And, please, forget your dreams of fairytale endings. In essence, it is all about the samsara of life, the illlusionary character of everything we are striving for with blindness (to only offer you the polite version). We learn these things with a devastating sense of hopelessness. David Lynch wanted us to feel utterly lost. It’s one of the most powerful emotions there is. What a paradox that in the end you are left speechless, but with a strangely knowing smile.

And the humans here, coming back from the glorious past of early Twin Peaks – some of them have had to face their deaths in fucking real life, after the curtain call. The old lucid dreamer‘s question about being in a dream or in waking life, you can ask this the whole way through. David Lynch looks at „The Return“ as a long movie, and was getting some angry responses by the same fools who thought Bob Dylan should never have come even near winning his Nobel prize. Trapped in classification. „Twin Peaks – The Return“ is a masterpiece – and its ways of delivering sound, song and noise add to the magic. By the way, the extras on disc 8 are the icing on the dark cake.

 

2018 21 Feb

Greatest Hits

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Charly´s five best moments of his sorry excuse for a life (#1 in this picture still missing). LOST, SEASON 3, EPISODE 21

 

 

not for reason mixed with treason

not for all these beloved seasons (darling buds of may)

(the dust department has been closed recently)

no matter  what john d. and ross macdonald might add

or subtract and subvert

i am fighting for the first daylight

of  all your tomorrow mornings

(i would even paint the dawn)

 

2018 19 Feb

Local Boy Makes Good

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Julian Lage was just a kid when I first heard him play, maybe around 12 or 13. He would get onstage with some heavyweight at the Healdsburg Jazz Festival and just blow everyone away. His dad took him to all the shows, where he met everybody and often got to jam with them onstage. He was a bonafide wunderkind.

At the tender age of 15, Julian went on the road with Gary Burton and the rest is, as they say, history. He has since released 6 solo albums and it turned out that not only could the kid play – he can write.

I saw him for the first time as leader of a trio a couple years ago with Scott Colley on bass and Kenny Wollesen on drums. Dave Holland, Charles Lloyd and Richie Beirach were among the jazz luminaries in the audience, but it didn’t faze the 28 year old prodigy: he played a confident and loose set, smiling much of the time as he performed his no tricks guitar pyrotechnics without breaking a sweat.

I just saw him last night at the Raven Theater in Healdsburg CA with his current touring trio, bassist Jorge Roeder and drummer Erick Doob. They tore it up, playing tunes from his rootsy and diverse Arclight as well as the new release, Modern Lore.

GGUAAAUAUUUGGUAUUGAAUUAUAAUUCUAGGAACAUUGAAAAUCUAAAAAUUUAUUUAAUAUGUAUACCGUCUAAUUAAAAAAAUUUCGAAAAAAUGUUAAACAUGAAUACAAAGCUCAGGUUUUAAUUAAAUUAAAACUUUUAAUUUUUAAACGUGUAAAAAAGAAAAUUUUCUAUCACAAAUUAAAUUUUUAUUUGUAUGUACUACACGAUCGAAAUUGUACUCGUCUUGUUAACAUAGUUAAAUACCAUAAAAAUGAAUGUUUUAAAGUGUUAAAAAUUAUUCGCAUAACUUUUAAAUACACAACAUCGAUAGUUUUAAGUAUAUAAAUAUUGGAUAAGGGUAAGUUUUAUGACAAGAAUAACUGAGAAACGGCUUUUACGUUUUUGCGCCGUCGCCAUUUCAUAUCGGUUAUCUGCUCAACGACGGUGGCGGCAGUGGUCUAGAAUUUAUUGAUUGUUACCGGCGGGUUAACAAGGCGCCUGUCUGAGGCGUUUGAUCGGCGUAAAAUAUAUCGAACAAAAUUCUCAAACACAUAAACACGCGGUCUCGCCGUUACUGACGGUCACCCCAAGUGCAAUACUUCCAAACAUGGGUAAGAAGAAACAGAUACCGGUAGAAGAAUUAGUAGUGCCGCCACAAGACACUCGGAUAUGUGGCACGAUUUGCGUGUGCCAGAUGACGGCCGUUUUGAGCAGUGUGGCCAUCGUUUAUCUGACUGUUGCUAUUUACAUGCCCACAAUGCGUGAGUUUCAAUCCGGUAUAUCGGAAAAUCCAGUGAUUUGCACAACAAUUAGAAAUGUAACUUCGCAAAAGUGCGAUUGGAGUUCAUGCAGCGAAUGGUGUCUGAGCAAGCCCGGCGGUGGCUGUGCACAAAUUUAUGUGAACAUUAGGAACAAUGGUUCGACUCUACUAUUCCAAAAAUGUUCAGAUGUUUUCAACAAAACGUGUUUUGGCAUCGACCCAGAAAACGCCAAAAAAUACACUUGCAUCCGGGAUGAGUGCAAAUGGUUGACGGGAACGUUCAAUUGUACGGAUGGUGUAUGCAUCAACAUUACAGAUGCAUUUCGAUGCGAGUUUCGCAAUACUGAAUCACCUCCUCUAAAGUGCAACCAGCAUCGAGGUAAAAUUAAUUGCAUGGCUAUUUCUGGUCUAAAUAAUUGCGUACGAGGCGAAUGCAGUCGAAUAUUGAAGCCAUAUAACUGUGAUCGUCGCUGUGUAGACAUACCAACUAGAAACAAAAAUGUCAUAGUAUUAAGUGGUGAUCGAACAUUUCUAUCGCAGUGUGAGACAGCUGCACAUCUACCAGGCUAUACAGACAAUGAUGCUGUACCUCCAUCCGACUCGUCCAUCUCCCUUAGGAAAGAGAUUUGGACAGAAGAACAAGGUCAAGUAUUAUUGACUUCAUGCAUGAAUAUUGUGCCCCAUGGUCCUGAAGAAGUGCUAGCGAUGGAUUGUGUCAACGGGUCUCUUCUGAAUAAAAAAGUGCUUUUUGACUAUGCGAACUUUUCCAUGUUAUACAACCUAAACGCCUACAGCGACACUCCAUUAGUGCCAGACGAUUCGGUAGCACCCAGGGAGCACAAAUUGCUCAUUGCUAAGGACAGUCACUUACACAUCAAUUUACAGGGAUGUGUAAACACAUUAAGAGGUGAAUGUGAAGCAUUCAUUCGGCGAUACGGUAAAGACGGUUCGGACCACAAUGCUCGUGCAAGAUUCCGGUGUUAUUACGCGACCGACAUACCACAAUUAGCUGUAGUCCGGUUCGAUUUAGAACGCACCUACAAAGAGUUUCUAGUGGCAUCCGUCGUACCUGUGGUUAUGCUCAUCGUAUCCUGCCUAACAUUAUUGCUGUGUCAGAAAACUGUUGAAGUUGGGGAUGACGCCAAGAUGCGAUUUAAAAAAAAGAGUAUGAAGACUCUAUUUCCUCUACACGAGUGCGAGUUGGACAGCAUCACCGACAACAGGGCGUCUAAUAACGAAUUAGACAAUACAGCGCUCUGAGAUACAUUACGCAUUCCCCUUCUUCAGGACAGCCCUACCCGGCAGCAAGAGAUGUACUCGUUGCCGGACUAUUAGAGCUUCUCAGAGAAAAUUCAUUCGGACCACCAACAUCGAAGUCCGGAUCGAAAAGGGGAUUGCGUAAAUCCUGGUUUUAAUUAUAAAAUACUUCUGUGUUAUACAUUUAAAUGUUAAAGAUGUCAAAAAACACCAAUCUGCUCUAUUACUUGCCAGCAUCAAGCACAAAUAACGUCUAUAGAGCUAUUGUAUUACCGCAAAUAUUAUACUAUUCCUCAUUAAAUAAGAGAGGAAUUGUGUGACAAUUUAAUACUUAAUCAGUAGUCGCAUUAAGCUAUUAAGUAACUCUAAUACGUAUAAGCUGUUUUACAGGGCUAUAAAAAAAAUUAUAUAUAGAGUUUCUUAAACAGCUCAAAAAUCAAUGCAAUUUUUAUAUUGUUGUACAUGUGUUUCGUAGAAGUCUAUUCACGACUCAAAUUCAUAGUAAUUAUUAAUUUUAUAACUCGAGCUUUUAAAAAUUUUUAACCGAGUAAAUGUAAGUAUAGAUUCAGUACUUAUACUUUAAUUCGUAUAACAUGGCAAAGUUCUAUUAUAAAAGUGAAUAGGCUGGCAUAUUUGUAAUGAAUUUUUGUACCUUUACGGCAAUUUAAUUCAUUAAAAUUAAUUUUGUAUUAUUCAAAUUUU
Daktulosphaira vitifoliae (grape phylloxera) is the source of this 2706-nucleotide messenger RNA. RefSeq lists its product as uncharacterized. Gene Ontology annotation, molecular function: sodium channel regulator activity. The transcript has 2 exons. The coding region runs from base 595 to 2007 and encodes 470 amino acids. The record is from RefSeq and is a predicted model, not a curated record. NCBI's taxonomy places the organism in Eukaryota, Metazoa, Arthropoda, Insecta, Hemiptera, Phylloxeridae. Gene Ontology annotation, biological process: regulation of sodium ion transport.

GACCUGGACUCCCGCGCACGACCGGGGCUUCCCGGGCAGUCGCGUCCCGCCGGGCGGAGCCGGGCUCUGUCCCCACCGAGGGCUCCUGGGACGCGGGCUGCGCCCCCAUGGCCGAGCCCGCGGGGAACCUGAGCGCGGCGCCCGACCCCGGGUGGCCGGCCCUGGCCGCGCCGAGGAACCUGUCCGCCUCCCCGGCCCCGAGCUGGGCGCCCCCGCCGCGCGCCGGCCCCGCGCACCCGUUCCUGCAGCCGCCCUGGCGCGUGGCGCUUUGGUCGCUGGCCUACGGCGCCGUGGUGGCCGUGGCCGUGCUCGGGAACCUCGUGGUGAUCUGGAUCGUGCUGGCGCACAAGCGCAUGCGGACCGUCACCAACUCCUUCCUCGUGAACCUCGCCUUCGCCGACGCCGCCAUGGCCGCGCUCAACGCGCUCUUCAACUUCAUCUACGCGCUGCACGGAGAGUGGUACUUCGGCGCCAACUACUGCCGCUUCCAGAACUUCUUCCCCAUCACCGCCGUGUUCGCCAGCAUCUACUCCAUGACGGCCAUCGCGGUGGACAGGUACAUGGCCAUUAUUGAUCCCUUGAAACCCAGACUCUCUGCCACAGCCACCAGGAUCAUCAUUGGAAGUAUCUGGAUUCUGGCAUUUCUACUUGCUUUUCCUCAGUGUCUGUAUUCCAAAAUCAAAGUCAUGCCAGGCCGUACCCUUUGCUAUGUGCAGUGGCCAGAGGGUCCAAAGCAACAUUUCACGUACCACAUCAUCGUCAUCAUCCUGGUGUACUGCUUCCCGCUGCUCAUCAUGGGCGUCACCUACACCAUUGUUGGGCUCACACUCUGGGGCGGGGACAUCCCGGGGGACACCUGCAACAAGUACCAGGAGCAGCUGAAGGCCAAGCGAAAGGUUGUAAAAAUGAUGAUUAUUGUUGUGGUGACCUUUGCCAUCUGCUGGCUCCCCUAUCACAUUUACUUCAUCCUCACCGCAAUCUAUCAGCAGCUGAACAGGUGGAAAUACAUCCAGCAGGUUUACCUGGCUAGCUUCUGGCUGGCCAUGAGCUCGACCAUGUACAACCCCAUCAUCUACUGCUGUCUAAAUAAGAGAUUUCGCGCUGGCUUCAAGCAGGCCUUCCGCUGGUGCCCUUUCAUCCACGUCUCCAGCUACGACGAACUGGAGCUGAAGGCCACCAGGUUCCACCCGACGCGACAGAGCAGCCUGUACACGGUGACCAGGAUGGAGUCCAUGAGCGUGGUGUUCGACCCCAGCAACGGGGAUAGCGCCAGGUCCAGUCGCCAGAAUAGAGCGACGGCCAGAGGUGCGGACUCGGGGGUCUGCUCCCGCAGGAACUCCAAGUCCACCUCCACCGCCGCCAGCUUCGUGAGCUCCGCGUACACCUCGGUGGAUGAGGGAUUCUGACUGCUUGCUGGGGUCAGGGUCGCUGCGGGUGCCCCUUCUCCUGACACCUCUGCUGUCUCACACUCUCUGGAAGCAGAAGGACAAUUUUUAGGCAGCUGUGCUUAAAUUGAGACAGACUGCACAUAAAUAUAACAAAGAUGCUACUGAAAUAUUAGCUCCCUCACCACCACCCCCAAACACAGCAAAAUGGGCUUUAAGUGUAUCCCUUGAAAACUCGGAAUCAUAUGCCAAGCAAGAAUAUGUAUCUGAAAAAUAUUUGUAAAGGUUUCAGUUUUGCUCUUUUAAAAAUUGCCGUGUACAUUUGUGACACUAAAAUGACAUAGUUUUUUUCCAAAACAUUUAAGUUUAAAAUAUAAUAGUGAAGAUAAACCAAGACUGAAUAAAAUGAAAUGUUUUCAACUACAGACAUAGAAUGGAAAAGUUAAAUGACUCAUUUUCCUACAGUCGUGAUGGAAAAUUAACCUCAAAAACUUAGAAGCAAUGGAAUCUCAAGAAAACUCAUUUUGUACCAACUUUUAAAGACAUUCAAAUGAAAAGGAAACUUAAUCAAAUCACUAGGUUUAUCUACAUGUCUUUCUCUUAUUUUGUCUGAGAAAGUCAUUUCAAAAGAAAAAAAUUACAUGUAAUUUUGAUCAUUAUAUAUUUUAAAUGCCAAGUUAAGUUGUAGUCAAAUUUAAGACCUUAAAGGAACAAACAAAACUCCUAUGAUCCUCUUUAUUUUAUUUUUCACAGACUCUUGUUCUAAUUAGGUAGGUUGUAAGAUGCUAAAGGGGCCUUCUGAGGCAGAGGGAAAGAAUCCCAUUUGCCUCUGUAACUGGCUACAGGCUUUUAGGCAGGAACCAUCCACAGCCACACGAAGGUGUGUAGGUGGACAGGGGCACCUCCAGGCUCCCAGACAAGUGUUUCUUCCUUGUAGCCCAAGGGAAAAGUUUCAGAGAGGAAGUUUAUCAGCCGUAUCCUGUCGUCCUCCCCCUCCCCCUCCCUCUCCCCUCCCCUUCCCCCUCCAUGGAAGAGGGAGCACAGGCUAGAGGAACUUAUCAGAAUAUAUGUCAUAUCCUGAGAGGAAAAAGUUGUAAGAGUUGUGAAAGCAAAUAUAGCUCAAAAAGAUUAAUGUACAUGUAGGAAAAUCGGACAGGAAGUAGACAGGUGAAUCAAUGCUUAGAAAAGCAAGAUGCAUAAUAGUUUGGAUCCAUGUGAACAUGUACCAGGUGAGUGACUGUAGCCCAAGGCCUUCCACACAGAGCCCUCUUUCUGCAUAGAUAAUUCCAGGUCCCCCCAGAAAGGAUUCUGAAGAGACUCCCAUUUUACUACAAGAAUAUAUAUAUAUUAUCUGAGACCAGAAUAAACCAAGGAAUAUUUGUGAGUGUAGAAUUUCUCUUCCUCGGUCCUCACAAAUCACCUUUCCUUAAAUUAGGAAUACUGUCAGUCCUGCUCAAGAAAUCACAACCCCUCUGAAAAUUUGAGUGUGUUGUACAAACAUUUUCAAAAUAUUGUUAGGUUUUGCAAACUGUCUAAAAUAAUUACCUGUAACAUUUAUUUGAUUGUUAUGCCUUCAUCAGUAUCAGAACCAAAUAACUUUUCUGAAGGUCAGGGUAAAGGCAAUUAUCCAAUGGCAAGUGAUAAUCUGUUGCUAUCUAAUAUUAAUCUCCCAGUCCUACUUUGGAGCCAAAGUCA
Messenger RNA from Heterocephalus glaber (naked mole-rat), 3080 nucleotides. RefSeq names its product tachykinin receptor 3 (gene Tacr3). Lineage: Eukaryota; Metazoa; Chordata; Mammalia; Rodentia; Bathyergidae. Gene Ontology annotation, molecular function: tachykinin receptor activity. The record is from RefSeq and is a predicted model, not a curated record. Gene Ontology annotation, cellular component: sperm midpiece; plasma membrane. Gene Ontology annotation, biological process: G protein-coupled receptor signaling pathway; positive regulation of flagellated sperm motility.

What I get from watching Lage is he has this great love affair going on with the guitar. He makes it sing, growl, scream, shout and croon. He played slow, slinky ballads and wild uptempo Ornette inspired free pieces, and just about everything in between with aplomb. He played the craziest intro I’ve ever heard to the old standard I’ll Be Seeing You, sounding as my guitarist friend said, Bach on acid. No shit, it really did. He has this way of rocking out, that reminds me of some of the early rock guitar legends, such as Johnny Guitar Watson, and rockabilly maestros such as Carl Perkins, not to mention country (and sometimes jazz) guitarist Chet Atkins. In this regard, he has a kindred spirit in Bill Frisell, a guitarist who often sounds very country when he’s not reaching for the stratosphere with loops and other effects.

But Lage uses no effects whatsoever, yet he manages to coax an extraordinary number of diverse sounds out of his Telecaster and a Fender amp, with just his fingers and a tone knob. The word ‘resourceful’ comes immediately to mind: He seems to be inventing techniques on the fly, as he grabs the middle of the neck and strums it while picking a separate line, or plays muted arpeggios while managing to lay a beautifully rendered melody on top. He does these wildly accurate chromatic runs up the neck, often ending in little screech that has a signature sound, reminding me of Kenny Wheeler’s flugelhorn squeals. One minute he can be as down home and bluesy as B.B. King, the next as heady and melodic as John Abercrombie. You can hear the entire history of the guitar, sometimes in one song, sometimes in one solo.

Another thing that really sets him apart from his peers is his amazing range of dynamics. It’s as though most players have something like maybe 5 gears of loudness; Lage has perhaps, 25 levels. He uses his dynamic sensibility to create musical tension that draws the listener in, sometimes coming down to an absolute whisper and then roaring back with a single powerful strum.

It’s great to hear such music, so filled with good feeling, humor, wit, humanity and optimism, played live. He was clearly enjoying himself, playing two 45 minute sets and after a standing ovation, coming back for a sweet encore with a ballad off the new album.

I just found out Julian will once again be opening the next Healdsburg Jazz Festival, this time playing duos with Bill Frisell. Perfect. Now that is a show I won’t miss.